Polar Patrol Balloon Project

The Project:

It was planned by the National Institute of Polar Research (NIPR) to launch successively from Syowa Station three balloons with identical instrumentation with a spatial separation of ~150 km, in order to study spatial and temporal variations of the phenomena occurring in the boundary regions in the magnetosphere. Onboard instruments are ULF/ELF/VLF wave receiver, aurora X-ray imager, DC electric field instrument, 3-axis fluxgate magnetometer, and the ionospheric total electron content measurement using GPS. The wave instrument measures a magnetic component with a big loop antenna surrounding the balloon itself (40m in diameter). The instrument measures waveform in 0.2-4.0 Hz band, wave intensities at 300, 600, 1200 and 2400 Hz with a sampling rate of 2Hz, and a rough spectrum (5, 10, 20 and 36 kHz) with a sweep period of 5s. The Project Manager is Prof. H. Yamagishi ( yamagisi@uap.nipr.ac.jp).

Balloon flight:

The first balloon, PPB No.9, was launched on 6 January, but the flight was terminated 2 hours after the launch due to a trouble in the cut-down command system. After a week of waiting, PPB No.8 and 10 were launched successfully at 06:49 and 12:16 UT on 13th January. The balloons reached a ceiling altitude of 32 km and moved westward at a speed of about 20 km/h. When they traveled halfway round the Antarctica on 25 January, the wind system in the stratosphere has changed directions. PPB No.8 was stagnated there for a week, while PPB No.10 moved towards lower latitudes, and dropped on the ocean 300 km offshore of Patagonia on 31 January 2003. After a week of stagnation, PPB No.8 started to move towards lower latitudes on 31 January, and dropped on the ocean 500 km offshore of Patagonia on 7 February. Trajectory of the balloon is shown in the PPB home page: http://ppb.nipr.ac.jp.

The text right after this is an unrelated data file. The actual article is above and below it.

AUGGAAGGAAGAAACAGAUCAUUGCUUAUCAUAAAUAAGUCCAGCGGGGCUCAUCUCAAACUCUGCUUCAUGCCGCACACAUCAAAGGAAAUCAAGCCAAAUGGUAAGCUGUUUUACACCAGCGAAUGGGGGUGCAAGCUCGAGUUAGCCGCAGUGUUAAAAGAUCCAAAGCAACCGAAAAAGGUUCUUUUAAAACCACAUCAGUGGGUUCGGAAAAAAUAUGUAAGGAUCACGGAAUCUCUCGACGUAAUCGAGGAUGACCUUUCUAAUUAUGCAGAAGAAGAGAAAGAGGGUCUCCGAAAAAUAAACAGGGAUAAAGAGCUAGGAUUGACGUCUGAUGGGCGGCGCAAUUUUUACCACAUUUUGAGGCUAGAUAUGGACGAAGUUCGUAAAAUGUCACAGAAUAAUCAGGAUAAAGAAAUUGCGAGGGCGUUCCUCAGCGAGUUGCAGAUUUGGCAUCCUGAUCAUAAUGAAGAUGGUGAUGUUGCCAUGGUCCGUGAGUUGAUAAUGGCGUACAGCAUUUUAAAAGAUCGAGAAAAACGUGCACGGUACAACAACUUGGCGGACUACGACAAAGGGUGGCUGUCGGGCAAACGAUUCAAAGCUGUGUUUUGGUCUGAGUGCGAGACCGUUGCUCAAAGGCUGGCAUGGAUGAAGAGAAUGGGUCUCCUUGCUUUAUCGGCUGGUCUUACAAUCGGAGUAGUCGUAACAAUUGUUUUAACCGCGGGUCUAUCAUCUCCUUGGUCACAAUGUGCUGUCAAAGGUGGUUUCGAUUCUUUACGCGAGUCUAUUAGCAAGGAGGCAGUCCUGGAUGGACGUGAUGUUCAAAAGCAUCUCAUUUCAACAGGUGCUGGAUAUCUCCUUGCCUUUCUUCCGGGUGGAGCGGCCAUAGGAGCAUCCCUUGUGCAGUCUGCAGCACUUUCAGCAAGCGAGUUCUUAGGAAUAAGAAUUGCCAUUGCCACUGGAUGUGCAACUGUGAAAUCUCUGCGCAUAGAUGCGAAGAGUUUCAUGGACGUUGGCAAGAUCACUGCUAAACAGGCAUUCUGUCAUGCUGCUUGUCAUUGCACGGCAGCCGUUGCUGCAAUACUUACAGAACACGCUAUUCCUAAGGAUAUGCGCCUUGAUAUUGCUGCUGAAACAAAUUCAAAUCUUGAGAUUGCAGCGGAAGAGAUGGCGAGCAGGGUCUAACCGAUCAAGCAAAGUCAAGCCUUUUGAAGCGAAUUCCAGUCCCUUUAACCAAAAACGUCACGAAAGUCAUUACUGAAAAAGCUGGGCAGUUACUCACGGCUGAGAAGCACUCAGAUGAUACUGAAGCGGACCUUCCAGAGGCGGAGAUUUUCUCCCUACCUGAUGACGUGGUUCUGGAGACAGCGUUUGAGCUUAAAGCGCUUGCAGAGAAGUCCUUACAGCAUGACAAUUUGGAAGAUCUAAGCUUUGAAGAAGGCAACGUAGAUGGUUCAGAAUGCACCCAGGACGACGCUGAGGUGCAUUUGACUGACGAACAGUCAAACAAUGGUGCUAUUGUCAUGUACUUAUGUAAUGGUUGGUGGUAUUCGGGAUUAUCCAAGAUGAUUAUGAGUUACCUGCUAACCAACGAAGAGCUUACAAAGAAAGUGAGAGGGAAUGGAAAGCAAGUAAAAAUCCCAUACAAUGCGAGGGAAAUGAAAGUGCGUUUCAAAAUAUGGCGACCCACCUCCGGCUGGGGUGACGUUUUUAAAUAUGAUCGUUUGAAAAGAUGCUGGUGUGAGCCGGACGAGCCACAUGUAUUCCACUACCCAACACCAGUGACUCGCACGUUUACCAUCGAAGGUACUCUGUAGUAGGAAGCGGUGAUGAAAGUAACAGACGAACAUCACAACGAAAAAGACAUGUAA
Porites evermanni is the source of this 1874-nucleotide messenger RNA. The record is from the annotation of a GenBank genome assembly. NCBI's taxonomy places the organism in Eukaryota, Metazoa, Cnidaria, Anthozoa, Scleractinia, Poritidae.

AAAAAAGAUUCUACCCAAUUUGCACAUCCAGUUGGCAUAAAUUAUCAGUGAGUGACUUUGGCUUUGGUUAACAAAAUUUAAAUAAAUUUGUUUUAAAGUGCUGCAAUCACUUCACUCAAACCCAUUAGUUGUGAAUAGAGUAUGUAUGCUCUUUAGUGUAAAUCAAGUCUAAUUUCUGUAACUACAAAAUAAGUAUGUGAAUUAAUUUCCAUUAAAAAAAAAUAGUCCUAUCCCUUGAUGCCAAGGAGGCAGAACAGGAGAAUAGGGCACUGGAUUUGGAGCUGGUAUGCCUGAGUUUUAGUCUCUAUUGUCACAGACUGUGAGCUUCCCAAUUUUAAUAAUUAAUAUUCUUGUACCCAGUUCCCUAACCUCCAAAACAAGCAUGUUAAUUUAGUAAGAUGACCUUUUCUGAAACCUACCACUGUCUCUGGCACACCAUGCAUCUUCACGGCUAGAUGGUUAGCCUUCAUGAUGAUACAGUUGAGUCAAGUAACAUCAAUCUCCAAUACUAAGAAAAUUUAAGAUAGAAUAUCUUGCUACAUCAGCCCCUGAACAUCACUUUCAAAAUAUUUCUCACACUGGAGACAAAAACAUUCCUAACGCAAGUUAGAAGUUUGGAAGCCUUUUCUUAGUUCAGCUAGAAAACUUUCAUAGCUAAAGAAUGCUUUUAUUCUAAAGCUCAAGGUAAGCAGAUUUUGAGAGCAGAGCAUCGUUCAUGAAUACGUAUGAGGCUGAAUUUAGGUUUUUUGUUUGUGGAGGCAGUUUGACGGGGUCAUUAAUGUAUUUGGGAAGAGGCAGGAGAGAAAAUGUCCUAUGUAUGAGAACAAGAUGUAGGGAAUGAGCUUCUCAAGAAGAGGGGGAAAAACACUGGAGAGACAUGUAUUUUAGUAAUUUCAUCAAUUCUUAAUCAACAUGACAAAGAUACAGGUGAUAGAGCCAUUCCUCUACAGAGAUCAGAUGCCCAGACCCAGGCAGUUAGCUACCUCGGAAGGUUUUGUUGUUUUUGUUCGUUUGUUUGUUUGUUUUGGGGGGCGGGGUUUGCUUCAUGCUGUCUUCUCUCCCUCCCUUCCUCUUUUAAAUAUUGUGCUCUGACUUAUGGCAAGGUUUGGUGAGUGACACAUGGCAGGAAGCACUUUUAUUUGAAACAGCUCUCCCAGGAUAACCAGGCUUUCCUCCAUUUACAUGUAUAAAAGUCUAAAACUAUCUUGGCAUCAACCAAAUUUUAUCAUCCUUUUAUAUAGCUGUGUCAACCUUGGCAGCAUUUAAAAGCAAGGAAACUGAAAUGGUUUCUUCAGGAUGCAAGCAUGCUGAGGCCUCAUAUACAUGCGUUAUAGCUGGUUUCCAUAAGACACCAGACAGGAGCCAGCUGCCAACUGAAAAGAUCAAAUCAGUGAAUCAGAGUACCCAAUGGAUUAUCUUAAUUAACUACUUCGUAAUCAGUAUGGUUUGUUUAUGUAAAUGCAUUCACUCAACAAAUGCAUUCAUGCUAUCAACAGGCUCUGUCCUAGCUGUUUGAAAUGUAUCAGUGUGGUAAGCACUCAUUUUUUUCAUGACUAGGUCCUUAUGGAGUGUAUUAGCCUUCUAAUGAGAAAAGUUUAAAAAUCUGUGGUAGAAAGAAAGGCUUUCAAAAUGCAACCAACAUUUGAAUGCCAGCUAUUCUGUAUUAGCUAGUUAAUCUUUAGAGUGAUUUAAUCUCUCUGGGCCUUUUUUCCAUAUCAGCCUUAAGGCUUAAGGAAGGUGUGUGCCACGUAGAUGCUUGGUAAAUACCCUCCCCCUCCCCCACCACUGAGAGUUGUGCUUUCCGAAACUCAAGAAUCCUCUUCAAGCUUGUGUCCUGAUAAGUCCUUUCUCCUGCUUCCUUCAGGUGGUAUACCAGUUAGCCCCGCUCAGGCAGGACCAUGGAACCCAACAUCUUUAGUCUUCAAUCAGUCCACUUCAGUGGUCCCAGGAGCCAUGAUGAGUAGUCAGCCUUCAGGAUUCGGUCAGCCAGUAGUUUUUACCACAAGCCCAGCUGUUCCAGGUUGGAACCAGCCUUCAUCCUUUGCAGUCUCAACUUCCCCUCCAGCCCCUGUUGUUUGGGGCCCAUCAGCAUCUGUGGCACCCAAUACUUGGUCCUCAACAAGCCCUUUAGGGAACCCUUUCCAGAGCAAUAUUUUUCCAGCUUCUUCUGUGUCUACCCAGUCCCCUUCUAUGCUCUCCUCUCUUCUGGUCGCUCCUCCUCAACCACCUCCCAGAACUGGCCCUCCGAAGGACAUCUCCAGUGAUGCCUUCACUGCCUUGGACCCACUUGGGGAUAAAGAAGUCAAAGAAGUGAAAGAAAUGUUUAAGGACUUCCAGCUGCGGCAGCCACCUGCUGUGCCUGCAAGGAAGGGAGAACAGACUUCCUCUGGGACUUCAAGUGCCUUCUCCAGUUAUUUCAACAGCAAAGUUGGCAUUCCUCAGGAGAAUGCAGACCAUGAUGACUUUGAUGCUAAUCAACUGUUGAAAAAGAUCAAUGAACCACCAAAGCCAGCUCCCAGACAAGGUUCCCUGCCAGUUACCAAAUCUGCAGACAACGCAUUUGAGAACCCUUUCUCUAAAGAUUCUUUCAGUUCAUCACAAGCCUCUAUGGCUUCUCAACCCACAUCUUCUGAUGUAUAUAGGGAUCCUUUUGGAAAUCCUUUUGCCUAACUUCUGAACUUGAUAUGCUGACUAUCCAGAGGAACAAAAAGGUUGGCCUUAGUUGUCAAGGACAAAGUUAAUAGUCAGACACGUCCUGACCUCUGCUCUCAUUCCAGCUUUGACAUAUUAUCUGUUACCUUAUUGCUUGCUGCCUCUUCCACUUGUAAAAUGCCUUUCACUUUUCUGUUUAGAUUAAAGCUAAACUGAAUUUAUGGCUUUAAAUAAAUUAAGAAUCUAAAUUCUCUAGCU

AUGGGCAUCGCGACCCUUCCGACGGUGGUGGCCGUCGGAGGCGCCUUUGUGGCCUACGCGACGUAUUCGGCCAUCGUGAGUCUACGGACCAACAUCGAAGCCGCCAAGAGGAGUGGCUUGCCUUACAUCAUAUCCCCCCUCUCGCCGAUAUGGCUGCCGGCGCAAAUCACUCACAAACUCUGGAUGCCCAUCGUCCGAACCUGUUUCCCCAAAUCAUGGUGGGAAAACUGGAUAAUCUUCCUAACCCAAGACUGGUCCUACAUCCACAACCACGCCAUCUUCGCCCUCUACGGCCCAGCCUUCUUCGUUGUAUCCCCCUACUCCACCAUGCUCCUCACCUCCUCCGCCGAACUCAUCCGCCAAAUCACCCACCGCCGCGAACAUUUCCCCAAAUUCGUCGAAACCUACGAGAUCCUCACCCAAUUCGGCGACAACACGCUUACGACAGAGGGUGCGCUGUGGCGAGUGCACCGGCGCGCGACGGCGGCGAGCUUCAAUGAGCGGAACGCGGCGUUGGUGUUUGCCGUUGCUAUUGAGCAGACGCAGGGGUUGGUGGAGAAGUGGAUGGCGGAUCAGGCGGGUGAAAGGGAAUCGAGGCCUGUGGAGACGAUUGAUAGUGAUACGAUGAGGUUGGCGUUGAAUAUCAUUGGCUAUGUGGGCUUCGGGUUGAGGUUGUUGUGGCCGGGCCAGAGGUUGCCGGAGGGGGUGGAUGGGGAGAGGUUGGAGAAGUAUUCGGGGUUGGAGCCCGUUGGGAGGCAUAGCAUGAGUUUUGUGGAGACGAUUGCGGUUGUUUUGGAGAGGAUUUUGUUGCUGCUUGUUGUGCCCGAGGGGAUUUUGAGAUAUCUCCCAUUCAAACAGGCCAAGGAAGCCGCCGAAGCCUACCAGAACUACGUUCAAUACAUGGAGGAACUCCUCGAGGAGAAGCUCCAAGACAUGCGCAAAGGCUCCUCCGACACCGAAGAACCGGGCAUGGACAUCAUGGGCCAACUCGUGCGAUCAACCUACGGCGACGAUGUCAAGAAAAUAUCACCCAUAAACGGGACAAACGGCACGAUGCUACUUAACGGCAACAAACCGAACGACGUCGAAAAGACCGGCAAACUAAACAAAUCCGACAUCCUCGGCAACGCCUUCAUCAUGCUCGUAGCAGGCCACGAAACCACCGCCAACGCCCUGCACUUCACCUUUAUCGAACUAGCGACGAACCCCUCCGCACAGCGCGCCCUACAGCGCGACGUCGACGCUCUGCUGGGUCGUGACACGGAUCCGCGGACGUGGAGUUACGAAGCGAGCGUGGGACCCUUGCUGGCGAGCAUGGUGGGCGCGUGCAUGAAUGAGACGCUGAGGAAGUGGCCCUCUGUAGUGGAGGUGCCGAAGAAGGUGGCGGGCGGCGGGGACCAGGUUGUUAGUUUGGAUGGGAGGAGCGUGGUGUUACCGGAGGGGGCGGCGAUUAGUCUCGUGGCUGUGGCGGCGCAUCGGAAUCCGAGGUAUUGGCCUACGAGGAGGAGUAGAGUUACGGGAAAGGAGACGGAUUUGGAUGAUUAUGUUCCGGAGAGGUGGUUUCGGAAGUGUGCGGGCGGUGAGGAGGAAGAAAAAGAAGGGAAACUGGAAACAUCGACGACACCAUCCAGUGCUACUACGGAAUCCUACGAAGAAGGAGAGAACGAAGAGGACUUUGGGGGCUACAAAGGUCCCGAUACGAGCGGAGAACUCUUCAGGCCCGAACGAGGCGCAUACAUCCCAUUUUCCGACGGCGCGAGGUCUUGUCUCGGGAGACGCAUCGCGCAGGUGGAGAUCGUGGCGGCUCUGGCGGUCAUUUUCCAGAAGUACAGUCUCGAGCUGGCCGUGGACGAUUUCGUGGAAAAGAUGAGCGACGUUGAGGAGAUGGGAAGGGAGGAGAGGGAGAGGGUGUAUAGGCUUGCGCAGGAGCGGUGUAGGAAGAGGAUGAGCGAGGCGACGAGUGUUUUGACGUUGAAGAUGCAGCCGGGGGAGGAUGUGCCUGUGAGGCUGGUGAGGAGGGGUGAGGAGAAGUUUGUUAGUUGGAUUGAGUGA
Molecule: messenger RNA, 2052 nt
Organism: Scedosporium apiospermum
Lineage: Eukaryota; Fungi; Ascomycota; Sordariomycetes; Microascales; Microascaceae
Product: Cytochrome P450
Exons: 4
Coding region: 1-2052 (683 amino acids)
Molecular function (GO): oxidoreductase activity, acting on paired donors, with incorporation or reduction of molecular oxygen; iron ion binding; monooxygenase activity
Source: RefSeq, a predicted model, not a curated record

Wave observations:

During these flights, the balloons traversed magnetic latitude range of 50-70 degrees, and the separation of the balloons changed from 150km to about 1500km. Observed data were directly transferred to Japan by Iridium satellite telephone system, as well as telemetered to the ground at Rothera Station in Antarctic Peninsula. The wave instrument onboard observed Pc1 pulsations, ELF hiss, polar chorus and auroral hiss. Daily summary of the wave observation can be seen in http://ppb.nipr.ac.jp. Some of the wave phenomena were observed simultaneously, and some were not by the two balloons, reflecting spatial extent of the phenomena. Pc1 pulsations consisted of transient bursts with decreasing amplitude lasting for ~20s, and continuous type emissions lasting for more than 10 minutes. Example of this waveform can be seen in the PPB home page.

By courtesy of Prof. H. Yamagishi.

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